Esteban Ocon was “best of the rest” in sixth after holding off his team mate during the race while saving fuel at the same time. Eventually though he was put under pressure by the Renault of Carlos Sainz during the final few laps, though he held off the charging Spaniard and set a new F1 record as well. Ocon has mow eclipsed former Manor driver Max Chilton’s record for the most consecutive finishes since his F1 debut with 26, Most of which have been while he’s been battling for points with Force India.
Sainz finished seventh on his debut for Renault, showing the team they were right to take a chance on him and fire Jolyon Palmer. While Sergio Perez finished behind him in eighth in the other Force India after having to fend off his position in the closing stages. Felipe Massa finished ninth for Williams while Daniil Kvyat managed to score one sultry point on his return to Formula 1 following his “rest” from the Japanese and Malaysian Grand Prixs.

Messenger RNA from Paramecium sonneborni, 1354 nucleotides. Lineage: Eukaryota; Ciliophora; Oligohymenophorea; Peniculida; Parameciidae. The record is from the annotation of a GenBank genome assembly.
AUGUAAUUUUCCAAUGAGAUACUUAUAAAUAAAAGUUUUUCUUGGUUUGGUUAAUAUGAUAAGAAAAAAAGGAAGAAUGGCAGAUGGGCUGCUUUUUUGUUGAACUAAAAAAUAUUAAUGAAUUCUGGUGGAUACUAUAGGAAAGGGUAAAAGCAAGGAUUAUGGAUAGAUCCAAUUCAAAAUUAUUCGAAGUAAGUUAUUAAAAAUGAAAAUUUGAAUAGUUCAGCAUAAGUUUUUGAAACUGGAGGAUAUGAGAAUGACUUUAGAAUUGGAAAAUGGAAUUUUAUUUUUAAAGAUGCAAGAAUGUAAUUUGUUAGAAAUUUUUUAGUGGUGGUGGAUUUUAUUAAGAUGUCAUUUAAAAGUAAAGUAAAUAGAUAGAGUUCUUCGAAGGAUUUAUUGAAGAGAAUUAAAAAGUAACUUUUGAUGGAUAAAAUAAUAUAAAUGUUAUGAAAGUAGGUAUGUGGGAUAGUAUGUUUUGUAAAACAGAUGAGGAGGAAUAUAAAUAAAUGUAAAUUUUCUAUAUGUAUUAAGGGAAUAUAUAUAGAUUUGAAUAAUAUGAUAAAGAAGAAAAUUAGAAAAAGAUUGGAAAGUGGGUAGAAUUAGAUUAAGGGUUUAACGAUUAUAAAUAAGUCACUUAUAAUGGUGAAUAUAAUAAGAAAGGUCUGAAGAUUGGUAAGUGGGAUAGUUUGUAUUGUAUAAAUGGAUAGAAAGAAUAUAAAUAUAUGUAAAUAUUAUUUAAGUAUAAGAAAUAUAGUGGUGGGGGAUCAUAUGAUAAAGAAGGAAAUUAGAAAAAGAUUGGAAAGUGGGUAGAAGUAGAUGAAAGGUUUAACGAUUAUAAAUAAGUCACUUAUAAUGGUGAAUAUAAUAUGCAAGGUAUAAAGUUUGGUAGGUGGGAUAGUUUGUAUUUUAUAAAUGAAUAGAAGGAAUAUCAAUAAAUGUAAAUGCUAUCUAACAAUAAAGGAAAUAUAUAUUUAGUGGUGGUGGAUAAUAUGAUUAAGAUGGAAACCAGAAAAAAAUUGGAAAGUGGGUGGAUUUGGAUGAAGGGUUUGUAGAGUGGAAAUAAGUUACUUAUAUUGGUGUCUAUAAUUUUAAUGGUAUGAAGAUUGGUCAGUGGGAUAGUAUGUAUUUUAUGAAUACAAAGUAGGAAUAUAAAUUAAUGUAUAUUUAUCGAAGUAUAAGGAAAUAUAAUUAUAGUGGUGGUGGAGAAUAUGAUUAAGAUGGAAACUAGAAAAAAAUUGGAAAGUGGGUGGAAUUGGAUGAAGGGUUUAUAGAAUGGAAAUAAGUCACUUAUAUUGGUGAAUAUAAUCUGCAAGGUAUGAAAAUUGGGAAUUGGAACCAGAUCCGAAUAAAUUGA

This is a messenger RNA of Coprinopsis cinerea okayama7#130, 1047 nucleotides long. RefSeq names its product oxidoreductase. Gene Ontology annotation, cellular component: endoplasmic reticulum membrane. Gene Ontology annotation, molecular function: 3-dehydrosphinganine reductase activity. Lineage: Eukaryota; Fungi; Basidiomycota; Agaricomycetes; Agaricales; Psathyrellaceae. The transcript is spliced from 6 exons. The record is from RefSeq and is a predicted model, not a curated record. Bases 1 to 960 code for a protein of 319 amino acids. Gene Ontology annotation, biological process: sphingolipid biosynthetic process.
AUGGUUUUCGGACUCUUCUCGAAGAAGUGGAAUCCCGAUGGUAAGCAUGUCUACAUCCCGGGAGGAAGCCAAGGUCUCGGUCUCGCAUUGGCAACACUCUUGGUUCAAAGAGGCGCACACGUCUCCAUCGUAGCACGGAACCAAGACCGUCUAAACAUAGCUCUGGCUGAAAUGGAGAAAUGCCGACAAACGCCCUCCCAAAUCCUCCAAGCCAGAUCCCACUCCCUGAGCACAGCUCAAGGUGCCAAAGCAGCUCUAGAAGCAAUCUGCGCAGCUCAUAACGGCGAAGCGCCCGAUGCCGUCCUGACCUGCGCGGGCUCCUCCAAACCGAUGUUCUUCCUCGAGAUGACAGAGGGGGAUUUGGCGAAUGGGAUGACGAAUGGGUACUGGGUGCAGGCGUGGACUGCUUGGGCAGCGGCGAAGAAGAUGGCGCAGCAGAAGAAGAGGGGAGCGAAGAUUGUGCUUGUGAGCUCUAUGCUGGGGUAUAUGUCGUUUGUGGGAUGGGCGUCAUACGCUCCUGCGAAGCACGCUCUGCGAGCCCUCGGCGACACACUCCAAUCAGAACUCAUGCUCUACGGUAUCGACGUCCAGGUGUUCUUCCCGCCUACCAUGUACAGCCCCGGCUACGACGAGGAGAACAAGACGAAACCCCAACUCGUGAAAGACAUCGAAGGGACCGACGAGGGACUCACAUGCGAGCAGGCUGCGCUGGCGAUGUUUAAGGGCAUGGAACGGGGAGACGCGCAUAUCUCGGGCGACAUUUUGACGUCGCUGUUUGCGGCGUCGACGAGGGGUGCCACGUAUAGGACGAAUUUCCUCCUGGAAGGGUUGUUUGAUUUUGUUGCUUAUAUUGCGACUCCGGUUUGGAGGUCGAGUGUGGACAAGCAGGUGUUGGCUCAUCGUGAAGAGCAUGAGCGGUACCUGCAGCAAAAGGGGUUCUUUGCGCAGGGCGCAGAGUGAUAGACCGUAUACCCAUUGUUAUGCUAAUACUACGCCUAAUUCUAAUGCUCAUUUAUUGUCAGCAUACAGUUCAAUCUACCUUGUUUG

Lance Stroll finished just outside the points in 11th, with Stoffel Vandoorne finishing 12th for McLaren, and F1 debutant Brendon Hartley finishing 13th for Toro Rosso ahead of Romain Grosjean in 14th for Haas.
Marcus Ericsson and Kevin Magnussen were the last of the classified finishers after tangling near the end of the race. Ericsson was found to be the driver at fault and was handed a five second time penalty, though by that time both he and Magnussen’s races had been ruined.
The Red Bull of Daniel Ricciardo joined the Sauber of Pascal Wehrlien and Renault driver Nico Hulkenberg on the side as the official retirement. Though by far and away the hard luck story of the afternoon was Fernando Alonso in his McLaren who was forced to retire after another engine issue. The Spaniard had manhandled him McLaren into the points and seventh place before the all too familiar issue of a Honda engine failure reared it’s ugly head. It’s fair to say as a result Alonso is now counting down the days till his McLaren will be powered by a Renault engine.